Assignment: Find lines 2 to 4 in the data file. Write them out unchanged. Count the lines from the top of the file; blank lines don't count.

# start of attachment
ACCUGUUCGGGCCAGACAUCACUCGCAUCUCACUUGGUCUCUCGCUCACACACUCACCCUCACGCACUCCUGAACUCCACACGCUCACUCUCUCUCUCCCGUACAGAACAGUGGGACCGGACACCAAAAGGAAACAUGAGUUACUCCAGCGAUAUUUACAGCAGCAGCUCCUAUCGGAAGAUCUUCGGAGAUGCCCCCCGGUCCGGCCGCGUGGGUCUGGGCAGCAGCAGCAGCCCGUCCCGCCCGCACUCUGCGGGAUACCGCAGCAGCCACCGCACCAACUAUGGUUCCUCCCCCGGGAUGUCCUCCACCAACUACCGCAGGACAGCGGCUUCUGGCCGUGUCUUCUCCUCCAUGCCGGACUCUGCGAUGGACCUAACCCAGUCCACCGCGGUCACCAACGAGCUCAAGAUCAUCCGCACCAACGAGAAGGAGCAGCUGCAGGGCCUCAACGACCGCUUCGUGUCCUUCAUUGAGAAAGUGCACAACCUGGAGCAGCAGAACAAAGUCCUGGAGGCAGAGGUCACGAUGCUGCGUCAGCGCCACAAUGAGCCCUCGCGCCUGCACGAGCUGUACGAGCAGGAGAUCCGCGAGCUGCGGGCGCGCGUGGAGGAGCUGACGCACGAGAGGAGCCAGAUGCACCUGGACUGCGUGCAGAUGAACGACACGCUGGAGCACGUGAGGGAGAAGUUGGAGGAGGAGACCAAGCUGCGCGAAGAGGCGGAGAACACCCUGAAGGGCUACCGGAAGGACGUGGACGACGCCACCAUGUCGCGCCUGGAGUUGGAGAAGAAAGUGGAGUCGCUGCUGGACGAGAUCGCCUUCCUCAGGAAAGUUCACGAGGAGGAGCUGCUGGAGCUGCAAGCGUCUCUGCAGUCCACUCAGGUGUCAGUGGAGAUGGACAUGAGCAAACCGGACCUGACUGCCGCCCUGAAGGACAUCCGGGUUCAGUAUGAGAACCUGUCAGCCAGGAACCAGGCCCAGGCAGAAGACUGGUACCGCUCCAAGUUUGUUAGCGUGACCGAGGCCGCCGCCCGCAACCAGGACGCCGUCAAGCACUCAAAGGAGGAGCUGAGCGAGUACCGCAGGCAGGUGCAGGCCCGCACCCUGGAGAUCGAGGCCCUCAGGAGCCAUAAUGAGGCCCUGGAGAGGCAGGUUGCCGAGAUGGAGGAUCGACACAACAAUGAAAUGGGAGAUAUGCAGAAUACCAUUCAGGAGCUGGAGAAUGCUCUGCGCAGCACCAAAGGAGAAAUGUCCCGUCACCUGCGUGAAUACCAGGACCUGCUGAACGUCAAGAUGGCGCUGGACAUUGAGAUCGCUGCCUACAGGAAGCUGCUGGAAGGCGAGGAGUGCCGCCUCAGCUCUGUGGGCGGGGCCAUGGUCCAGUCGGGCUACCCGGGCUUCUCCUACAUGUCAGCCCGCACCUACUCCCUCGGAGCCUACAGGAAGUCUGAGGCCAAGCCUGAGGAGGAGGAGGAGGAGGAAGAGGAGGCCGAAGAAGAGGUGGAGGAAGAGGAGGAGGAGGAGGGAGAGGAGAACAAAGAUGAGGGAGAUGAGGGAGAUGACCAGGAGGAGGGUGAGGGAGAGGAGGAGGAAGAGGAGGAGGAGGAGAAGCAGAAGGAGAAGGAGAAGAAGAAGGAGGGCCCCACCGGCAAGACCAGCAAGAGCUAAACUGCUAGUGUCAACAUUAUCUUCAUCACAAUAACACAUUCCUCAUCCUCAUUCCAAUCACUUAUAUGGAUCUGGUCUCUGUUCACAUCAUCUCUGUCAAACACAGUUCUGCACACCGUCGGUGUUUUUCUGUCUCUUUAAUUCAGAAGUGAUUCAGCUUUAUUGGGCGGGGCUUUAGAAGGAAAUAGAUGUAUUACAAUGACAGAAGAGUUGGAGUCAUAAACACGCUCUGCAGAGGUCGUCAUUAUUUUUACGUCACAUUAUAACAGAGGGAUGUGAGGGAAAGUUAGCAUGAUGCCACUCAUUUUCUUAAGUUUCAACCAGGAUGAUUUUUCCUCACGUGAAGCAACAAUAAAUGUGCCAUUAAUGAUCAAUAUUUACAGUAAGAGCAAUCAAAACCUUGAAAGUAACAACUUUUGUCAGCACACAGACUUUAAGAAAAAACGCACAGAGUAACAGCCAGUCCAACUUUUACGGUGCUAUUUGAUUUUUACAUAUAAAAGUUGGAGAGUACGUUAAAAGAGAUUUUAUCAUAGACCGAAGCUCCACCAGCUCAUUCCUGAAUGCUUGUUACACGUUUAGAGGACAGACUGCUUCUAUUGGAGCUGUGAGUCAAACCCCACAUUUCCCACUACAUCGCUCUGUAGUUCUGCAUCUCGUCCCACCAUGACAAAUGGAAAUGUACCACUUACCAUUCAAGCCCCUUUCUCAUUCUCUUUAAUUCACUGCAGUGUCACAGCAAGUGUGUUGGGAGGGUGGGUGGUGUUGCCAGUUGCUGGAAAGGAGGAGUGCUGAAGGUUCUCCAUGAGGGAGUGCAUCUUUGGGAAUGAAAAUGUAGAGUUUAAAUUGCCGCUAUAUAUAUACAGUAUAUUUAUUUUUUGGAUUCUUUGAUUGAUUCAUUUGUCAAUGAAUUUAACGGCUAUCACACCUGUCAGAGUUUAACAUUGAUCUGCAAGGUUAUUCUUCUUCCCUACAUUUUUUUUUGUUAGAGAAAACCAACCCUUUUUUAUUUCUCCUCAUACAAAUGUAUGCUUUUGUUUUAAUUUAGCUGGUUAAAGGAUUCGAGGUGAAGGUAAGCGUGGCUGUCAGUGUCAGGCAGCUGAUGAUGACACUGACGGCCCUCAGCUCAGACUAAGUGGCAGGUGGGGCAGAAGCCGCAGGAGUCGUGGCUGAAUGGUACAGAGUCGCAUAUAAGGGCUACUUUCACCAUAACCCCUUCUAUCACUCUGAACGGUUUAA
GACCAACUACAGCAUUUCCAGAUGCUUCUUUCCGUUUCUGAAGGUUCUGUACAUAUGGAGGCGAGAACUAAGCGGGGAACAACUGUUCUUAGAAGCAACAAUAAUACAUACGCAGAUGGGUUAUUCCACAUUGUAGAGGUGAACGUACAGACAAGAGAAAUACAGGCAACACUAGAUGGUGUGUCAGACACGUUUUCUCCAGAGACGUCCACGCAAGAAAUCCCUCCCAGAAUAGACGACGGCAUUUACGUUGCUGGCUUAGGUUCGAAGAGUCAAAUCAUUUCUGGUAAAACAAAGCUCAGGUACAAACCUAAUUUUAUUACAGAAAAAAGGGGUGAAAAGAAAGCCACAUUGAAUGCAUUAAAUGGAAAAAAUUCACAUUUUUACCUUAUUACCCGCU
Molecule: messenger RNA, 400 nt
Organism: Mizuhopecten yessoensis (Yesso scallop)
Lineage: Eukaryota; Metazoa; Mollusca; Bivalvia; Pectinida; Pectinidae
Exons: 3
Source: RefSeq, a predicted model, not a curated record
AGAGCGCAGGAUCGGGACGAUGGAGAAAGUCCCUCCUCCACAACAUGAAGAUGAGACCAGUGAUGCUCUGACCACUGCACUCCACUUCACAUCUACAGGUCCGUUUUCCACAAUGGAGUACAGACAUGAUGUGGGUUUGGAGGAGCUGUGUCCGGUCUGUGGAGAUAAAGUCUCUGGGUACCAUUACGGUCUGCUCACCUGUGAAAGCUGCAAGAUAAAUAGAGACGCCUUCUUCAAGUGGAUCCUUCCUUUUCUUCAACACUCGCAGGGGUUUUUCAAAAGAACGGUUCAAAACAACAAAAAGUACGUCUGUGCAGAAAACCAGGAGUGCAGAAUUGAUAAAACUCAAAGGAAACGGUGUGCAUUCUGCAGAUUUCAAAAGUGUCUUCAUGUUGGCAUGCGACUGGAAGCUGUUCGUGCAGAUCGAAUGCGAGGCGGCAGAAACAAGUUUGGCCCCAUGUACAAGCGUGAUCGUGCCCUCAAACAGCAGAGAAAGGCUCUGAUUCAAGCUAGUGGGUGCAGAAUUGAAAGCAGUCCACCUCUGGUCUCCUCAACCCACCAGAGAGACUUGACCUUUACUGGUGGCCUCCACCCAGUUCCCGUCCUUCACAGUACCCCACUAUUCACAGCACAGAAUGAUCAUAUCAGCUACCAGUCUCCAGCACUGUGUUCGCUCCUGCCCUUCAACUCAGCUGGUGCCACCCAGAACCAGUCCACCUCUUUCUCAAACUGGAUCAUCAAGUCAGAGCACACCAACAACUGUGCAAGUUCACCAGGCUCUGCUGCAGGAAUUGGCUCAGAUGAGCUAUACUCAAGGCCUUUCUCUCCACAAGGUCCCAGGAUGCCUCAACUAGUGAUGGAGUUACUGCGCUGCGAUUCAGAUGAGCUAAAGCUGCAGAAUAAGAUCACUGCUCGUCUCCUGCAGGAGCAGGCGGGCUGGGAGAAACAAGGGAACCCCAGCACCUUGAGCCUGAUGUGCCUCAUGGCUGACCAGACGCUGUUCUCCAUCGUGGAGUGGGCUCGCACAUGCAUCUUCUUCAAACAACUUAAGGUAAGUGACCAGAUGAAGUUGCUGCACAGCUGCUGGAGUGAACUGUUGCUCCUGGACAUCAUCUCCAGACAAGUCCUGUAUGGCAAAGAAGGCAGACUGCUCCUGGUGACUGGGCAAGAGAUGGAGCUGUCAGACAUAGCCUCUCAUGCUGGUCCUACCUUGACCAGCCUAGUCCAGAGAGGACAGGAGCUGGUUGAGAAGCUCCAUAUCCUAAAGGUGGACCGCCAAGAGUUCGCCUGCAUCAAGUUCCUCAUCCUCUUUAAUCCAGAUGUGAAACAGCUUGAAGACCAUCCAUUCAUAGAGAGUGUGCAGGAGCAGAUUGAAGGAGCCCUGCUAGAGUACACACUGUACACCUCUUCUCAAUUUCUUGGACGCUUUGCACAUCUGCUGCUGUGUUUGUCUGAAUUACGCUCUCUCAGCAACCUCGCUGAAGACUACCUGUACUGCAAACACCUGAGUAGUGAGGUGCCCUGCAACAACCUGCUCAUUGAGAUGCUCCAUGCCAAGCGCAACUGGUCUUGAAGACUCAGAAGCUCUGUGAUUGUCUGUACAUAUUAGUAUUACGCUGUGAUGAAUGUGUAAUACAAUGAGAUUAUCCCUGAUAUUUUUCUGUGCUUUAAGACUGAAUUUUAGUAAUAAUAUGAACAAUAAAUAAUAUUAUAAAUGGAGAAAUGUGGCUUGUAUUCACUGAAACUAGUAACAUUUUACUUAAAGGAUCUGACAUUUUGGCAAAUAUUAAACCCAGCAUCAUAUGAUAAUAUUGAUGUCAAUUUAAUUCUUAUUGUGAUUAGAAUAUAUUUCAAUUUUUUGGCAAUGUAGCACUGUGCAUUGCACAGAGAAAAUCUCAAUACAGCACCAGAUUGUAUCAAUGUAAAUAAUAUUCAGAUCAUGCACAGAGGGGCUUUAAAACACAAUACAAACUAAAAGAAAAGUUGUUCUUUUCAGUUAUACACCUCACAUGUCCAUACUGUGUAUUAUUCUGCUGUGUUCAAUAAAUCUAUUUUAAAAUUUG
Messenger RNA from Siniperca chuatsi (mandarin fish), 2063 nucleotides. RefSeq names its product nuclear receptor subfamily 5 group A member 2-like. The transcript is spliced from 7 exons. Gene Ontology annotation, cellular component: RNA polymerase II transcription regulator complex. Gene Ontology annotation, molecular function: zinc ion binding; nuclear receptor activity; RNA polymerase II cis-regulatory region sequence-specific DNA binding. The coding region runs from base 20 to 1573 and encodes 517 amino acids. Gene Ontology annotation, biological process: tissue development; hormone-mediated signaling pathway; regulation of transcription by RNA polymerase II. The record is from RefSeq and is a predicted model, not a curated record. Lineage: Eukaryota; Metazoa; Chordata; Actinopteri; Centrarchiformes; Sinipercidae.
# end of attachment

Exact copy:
GACCAACUACAGCAUUUCCAGAUGCUUCUUUCCGUUUCUGAAGGUUCUGUACAUAUGGAGGCGAGAACUAAGCGGGGAACAACUGUUCUUAGAAGCAACAAUAAUACAUACGCAGAUGGGUUAUUCCACAUUGUAGAGGUGAACGUACAGACAAGAGAAAUACAGGCAACACUAGAUGGUGUGUCAGACACGUUUUCUCCAGAGACGUCCACGCAAGAAAUCCCUCCCAGAAUAGACGACGGCAUUUACGUUGCUGGCUUAGGUUCGAAGAGUCAAAUCAUUUCUGGUAAAACAAAGCUCAGGUACAAACCUAAUUUUAUUACAGAAAAAAGGGGUGAAAAGAAAGCCACAUUGAAUGCAUUAAAUGGAAAAAAUUCACAUUUUUACCUUAUUACCCGCU
Molecule: messenger RNA, 400 nt
Organism: Mizuhopecten yessoensis (Yesso scallop)